National Savings & Investments (NS&I), as an arm of HM Treasury, has always offered savers a secure home for their money. Unlike deposits made with a bank or building society, which are only protected up to £85,000 under the Financial Services Compensation Scheme (FSCS), deposits with NS&I benefit from unlimited protection, effectively being guaranteed by the UK government.
Although offering unrivalled security, the rate of interest paid on NS&I’s range of accounts has been lacklustre over recent years, being less than 1% per annum for much of the period since 2016. Furthermore, until recently, the selection of accounts offered by NS&I has steadily dwindled, and the eligibility criteria for those that remain have become stricter.
However, following a series of successive rate rises in the Bank of England base rate, some of the existing NS&I accounts have become more appealing propositions, and previously discontinued accounts have been reintroduced.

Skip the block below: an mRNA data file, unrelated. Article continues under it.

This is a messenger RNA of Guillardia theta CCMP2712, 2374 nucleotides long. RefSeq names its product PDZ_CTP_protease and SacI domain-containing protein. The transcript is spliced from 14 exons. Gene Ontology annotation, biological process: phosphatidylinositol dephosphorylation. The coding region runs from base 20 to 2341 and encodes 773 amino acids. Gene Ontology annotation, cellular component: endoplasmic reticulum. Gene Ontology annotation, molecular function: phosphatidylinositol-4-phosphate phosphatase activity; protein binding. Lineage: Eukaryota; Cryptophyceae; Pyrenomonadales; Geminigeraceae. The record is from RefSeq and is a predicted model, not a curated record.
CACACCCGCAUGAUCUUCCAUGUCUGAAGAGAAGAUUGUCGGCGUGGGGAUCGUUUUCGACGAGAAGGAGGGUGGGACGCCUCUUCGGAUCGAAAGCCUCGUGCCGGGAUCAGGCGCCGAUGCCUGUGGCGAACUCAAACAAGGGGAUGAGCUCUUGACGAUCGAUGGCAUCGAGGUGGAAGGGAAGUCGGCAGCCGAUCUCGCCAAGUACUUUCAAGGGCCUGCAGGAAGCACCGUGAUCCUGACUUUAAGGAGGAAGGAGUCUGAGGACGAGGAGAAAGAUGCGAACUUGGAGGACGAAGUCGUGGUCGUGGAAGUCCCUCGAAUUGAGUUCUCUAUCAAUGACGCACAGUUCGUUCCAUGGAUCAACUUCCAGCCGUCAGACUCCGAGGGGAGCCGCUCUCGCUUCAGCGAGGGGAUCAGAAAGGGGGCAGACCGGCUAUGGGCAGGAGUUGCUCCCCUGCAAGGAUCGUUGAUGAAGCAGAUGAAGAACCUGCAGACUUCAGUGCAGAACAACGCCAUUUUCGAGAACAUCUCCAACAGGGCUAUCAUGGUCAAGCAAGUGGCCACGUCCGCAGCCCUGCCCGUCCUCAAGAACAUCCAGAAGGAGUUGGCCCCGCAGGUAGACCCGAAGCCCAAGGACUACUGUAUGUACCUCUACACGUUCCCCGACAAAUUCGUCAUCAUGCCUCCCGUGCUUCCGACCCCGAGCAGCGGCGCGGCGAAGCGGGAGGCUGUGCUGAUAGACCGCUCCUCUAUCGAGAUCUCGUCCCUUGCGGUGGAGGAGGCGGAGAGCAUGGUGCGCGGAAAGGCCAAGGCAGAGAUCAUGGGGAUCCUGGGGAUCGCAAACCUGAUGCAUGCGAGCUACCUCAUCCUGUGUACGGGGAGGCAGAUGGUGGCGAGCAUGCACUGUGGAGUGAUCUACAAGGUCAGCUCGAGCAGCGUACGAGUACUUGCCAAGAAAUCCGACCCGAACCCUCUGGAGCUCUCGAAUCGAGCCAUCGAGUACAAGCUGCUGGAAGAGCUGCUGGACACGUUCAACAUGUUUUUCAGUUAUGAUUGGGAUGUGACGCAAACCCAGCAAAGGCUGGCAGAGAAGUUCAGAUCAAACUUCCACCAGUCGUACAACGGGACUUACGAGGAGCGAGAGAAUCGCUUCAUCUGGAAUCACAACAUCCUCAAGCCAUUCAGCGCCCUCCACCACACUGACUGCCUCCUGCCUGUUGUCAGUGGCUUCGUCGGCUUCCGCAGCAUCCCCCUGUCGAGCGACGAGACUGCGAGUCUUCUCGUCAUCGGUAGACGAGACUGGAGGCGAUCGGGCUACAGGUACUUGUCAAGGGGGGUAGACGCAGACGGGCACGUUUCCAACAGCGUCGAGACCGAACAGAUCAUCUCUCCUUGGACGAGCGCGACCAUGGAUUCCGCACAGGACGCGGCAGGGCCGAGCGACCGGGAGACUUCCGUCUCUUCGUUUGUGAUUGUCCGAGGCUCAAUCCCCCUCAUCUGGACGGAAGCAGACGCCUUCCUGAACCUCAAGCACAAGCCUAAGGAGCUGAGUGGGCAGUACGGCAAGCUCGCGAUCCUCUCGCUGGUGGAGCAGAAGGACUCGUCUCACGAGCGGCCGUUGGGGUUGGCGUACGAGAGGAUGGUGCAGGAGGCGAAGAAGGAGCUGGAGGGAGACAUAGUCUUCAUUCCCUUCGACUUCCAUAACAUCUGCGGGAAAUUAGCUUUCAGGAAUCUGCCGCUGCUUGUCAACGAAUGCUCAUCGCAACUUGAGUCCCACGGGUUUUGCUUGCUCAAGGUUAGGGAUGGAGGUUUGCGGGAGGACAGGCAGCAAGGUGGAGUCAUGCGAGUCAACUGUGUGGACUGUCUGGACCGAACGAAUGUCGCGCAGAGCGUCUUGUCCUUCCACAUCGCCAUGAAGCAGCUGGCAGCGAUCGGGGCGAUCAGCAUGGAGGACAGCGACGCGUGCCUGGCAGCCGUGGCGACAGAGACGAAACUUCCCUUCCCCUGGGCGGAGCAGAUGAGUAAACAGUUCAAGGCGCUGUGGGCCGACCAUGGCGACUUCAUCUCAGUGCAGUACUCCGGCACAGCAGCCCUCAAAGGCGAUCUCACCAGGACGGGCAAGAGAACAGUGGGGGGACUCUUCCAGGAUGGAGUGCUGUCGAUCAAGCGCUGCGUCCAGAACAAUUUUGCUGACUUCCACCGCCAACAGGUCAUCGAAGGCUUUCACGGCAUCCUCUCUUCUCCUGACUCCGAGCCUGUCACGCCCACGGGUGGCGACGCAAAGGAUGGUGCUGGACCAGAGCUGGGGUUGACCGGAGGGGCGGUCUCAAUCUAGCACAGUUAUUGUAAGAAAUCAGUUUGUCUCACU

For individuals with large cash sums, and for whom long-term investments might not be appropriate, NS&I now represents a viable option. This is particularly the case for personal injury investors (including deputies and trustees) who have received a significant amount of compensation and need to set aside capital temporarily, whether to meet near-term expenditure or with a view to phasing money into an investment portfolio over a period of time.
The following table summarises the NS&I accounts currently on-sale that have a high maximum deposit limit, indicating which of these are available to deputies and trustees:
* If beneficiary is 16 or over
Whilst there are limits on the amount that can be deposited into each account, it is possible to hold one of each type of account (assuming that the eligibility criteria for each account are met), meaning that in many circumstances it is possible to deposit a sum of up to £6,000,000 in the knowledge that the money is absolutely safe, whilst still earning a reasonable return.
It is important to note that savers are subject to the risk that the returns will not keep pace with inflation, particularly in the present climate. However, where generating a real return is secondary to the primary objective of capital preservation, NS&I is a worthwhile consideration.